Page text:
Getting started with the Square POS app and the reader you will use to swipe your customerâs cards is entirely free. Square continues to remain a favorite among small business owners because they donât charge sign-on or monthly fees for their free POS reader or app â and they donât make you sign contracts and punish you with charges if you decide itâs not for you.
If you bring your own smartphone or tablet and combine it with one of Square’s mobile card readers, you’ll pay 2.75% for each swiped, dipped, or tapped transaction. If you opt for one of Square’s all-in-one hardware systems, such as Square Terminal or Square Register, you’ll pay slightly different rates. With Square Terminal, swiped, dipped, or tapped transactions process at 2.6% + $0.10 per transaction.Â If you want to know more about all of Square’s different card readers and hardware, check out A Guide to Square’s Credit Card Readers and POS Bundles.
Considering that these are pretty low rates to begin with, and there are so many additional built-in features like dashboard analytics, invoicing, the customer database, and inventory management, we think that is a pretty sweet deal for any grocery store looking to expand.
If you are curious and want to dig even deeper, check out our Square reviewÂ or visit the Square Point of Sale page and sign up for free to see how it all works for yourself!
Free App & Reader
Square for Retail
Square for Restaurants
Free, general-purpose POS software and reader for iOS and Android
Easy integration with popular platforms plus API for customization
Specialized software for more complex retail stores
Specialized software for full-service restaurants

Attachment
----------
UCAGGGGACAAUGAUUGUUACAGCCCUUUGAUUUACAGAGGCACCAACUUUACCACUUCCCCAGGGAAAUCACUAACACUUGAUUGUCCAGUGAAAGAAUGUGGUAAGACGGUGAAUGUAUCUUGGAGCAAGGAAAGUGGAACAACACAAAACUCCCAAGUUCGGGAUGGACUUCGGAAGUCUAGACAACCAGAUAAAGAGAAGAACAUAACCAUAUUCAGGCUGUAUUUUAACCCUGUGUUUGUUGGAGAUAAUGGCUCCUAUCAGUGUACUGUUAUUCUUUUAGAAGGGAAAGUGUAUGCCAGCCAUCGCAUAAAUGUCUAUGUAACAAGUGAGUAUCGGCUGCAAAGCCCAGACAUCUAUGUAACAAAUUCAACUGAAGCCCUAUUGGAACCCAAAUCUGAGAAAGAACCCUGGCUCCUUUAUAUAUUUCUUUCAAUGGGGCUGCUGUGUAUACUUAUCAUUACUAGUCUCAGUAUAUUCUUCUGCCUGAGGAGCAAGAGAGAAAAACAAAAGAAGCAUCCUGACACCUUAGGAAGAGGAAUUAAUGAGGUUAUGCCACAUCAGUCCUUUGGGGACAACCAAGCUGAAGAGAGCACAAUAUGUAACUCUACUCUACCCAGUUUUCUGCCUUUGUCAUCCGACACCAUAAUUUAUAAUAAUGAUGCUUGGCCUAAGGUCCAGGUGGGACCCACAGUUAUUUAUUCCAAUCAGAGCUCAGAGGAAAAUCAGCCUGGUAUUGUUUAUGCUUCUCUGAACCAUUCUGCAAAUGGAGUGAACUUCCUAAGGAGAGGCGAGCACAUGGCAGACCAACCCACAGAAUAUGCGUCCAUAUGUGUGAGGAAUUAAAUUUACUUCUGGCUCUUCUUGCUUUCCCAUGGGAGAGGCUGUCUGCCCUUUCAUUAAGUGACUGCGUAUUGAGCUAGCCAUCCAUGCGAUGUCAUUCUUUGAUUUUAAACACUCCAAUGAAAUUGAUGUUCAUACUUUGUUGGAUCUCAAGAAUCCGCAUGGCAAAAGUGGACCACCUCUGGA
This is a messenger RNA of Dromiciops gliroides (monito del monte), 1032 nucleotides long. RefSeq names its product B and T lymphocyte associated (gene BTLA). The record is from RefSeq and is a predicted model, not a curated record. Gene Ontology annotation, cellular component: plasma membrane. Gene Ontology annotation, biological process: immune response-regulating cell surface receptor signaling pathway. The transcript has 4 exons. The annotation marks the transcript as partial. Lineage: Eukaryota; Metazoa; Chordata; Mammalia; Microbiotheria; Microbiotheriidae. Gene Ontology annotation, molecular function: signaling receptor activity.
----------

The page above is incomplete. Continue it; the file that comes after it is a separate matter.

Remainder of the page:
The post Why Square Is A Great Free POS For Markets And Grocery Stores appeared first on Merchant Maverick.
Square is best known by online sellers and brick-and-mortar shops for its secure credit card processing solutions. With a free mobile point of sale app — and free credit card reader–, Square has made it easier for the everyday small business owner to start taking credit cards. Card readers like Square’s also make it more convenient for shoppers to buy without carrying cash. That can be a win-win for everyone involved with the sale.
Because a business owner no longer has to purchase an expensive POS system to process credit card payments, itâs no wonder that the use of Square has rapidly grown over the last few years. In fact, a surprising number of businesses still did not accept credit cards at the time Square was launched. For a solo entrepreneur or a smaller shop, it used to be a lot more expensive and time-consuming to get started (not to mention more than a little intimidating, given PCI compliance and other regulations). Nowadays, you can find these portable credit card readers everywhere â from your favorite ice cream place to high-end boutiques, salons, and even consulting agencies. If youâre buying at a local shop, there is a good chance that Square is the company processing your payment.